Through the Looking Glass Children's Book Reviews

Julia Vanishes

Julia Vanishes

Catherine Egan
Fiction
For ages 13 and up
Random House, 2016   ISBN: 978-0553524840

When Julia was seven and her brother Dek was ten, their much loved mother was executed for being a witch. There is no doubt in Julia’s mind that her mother was indeed a witch, but as far as Julia knows her mother never used her abilities for evil. Still, in Frayne, witches, “folklorish beliefs,” and other magical things are against the law and so Julia’s mother had to die. Thankfully the children were taken in by Esme, a woman who cared for them, educated them, and then helped them get employment. What Julia does on Esme’s behalf is not exactly legal, but that does not bother her in the least. The world has not been kind to her, so why should she worry about bending the rules. What does it matter if her work involves lying and stealing.

Julia has been hired by one of Esme’s clients to find out everything that she can about what is taking place in the home of Mrs. Och, a well-to-do woman. Posing as a housemaid, Julia watches, listens, and snoops, and then she writes reports about what she has learned.

Julia learns that there are three people living in the house besides Mrs. Och. Professor Baranyi has been living there for some years and is famous, or perhaps one should say infamous, for saying things in an article that earned him the disfavor of the government. Now he works on translating books and Julia finds out that some of the books in his collection are illegal. Mr. Darius is another guest and for some reason his room is in the basement and something about him does not feel right. The third resident is Frederick, a young man who helps the professor with his work. He also helps take care of Mr. Darius, who seems to be prone to sudden and strange bouts of illness.

Julia does not gather much information of interest until she figures out that Mrs. Och is somehow connected to the escape of a witch who was supposed to be executed. Then she learns that Mr. Darius is a wolf man, and that Mrs. Och is desperately trying to find a cure for him before he loses his humanity all together and becomes a dangerous monster all the time. Then another guest joins the household and things get even stranger. Julia has a secret magical ability which allows her to vanish, or rather blend in with her surroundings. Using this ability she overhears a conversation and learns that the guest is a witch and some terrible being is pursuing her, killing everyone she is in contact with.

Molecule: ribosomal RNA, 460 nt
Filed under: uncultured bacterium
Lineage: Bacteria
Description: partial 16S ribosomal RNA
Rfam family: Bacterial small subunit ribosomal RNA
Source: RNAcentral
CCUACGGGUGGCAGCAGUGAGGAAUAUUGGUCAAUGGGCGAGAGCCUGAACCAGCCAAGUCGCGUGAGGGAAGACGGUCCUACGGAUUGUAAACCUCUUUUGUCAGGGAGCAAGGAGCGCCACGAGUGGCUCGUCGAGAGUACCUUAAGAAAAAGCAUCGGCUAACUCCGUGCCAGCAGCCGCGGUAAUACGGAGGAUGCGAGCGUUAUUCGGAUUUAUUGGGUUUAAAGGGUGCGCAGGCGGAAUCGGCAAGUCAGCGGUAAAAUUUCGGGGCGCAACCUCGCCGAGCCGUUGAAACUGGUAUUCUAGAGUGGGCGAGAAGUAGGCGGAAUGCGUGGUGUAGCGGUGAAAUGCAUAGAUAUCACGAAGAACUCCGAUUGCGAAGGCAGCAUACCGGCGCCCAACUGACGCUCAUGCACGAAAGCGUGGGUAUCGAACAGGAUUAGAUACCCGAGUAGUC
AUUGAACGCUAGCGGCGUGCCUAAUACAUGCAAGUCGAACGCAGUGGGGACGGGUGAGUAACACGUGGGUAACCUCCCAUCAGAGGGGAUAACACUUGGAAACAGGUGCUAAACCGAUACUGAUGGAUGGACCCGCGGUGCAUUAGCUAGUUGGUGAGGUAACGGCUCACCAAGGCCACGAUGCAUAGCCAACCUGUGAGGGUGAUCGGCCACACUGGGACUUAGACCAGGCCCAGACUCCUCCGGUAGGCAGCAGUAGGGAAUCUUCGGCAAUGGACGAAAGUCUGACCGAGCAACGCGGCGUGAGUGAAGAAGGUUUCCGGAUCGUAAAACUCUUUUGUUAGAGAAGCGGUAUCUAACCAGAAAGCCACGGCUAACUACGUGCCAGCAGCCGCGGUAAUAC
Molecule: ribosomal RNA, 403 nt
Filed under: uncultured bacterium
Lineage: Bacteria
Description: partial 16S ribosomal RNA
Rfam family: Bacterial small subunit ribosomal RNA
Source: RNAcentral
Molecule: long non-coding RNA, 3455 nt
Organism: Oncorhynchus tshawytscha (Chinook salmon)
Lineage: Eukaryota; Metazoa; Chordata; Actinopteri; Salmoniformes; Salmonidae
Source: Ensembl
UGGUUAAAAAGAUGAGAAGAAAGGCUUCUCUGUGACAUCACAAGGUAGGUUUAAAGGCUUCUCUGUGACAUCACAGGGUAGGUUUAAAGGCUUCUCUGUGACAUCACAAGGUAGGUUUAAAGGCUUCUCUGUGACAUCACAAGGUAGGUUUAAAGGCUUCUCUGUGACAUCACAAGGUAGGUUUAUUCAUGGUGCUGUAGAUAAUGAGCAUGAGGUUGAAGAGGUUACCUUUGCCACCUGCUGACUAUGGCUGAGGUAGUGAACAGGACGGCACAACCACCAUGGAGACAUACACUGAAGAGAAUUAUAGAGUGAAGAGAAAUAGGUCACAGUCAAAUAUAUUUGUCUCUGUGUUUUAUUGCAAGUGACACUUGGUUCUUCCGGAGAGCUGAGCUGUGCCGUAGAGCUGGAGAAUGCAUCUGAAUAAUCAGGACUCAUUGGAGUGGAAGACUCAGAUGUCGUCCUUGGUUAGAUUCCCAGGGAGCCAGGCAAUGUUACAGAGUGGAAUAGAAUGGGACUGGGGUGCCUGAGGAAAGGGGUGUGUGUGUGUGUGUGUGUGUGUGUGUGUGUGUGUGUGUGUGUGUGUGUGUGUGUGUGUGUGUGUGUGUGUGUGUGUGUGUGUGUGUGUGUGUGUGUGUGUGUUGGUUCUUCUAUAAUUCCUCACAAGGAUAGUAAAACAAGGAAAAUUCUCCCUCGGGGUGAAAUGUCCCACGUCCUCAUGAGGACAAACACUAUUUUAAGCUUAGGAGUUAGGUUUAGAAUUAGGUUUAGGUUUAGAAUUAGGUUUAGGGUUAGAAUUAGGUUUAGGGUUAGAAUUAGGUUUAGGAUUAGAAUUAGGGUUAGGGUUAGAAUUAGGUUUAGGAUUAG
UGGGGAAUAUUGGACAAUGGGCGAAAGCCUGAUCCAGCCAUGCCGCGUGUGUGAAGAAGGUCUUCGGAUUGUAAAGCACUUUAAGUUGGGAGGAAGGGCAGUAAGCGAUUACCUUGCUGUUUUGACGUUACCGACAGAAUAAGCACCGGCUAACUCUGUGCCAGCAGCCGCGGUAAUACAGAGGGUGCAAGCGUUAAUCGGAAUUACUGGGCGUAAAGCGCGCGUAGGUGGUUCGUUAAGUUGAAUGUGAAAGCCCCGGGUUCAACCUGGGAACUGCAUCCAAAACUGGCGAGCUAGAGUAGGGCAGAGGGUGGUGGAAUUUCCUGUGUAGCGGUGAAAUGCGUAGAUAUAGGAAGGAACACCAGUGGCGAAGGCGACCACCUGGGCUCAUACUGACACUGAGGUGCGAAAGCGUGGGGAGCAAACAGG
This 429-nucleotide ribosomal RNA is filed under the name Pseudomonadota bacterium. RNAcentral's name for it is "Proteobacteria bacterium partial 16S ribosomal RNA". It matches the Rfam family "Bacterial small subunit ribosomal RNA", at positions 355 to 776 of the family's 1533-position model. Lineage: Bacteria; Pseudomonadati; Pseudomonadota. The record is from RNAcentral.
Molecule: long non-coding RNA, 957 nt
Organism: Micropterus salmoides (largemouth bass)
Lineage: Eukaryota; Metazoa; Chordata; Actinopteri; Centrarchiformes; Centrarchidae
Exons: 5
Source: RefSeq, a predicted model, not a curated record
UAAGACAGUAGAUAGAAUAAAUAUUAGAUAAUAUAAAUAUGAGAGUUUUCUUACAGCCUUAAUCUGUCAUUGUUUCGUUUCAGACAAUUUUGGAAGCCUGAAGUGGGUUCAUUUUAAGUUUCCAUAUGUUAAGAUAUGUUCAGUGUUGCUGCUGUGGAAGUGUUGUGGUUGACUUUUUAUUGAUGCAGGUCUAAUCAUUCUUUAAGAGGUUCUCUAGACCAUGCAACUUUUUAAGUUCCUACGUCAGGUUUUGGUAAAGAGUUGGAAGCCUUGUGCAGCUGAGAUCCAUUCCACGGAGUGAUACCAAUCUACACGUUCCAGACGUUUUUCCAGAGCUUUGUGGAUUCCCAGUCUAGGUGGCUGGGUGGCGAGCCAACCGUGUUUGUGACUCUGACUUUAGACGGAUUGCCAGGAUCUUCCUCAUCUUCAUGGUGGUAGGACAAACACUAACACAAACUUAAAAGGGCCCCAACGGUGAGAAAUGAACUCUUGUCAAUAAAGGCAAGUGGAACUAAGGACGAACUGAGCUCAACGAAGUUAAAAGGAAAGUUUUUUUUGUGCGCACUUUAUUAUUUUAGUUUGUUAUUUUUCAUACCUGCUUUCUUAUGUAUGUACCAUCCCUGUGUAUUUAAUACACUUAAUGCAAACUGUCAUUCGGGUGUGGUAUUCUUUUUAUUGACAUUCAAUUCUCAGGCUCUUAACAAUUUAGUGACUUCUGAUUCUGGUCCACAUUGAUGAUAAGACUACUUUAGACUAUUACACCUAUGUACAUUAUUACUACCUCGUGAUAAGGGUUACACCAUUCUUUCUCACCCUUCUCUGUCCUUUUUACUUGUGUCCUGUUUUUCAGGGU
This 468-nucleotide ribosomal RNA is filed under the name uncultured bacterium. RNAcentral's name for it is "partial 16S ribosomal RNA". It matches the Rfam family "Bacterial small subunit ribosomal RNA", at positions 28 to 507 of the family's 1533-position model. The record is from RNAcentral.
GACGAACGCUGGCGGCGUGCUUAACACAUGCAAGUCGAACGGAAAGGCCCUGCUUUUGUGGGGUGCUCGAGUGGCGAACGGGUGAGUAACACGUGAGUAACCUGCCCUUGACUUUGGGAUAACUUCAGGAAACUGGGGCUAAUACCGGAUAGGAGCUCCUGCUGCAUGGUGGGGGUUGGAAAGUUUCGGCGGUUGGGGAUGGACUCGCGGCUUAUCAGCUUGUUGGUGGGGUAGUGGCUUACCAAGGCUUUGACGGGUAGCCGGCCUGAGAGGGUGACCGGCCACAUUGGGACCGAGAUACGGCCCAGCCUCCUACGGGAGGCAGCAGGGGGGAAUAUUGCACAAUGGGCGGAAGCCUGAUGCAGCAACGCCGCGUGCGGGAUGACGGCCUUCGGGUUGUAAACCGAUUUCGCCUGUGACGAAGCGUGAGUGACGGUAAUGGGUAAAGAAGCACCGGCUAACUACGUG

Julia starts to experience a strange emotion, one that she is not familiar with: guilt. If she delivers the information she knows to the client, Mrs. Och and all her dependents will surely suffer. If she does not follow through on the commission she will not get the money she has been promised. Things are further complicated by the fact that now for the first time in her life, Julia does not push away her own questions about witches, her mother, and her own ability. She wants to know more, and Mrs. Och may be the one person who can help her better understand.

What Julia never expects is that her encounter with Mrs. Och’s household will force her to confront terrible truths about herself and change her life forever.

This powerful novel takes readers into a world where magic flourishes, but where there are many people who want magic to be suppressed or destroyed. Then there are those who wield magic for their own selfish purposes, not caring who they hurt in the process. It is sometimes a painful story, and yet it is also uplifting when we realize that though there are many forces of evil in Julia’s world, there are also many forces of good who fight for what is right.

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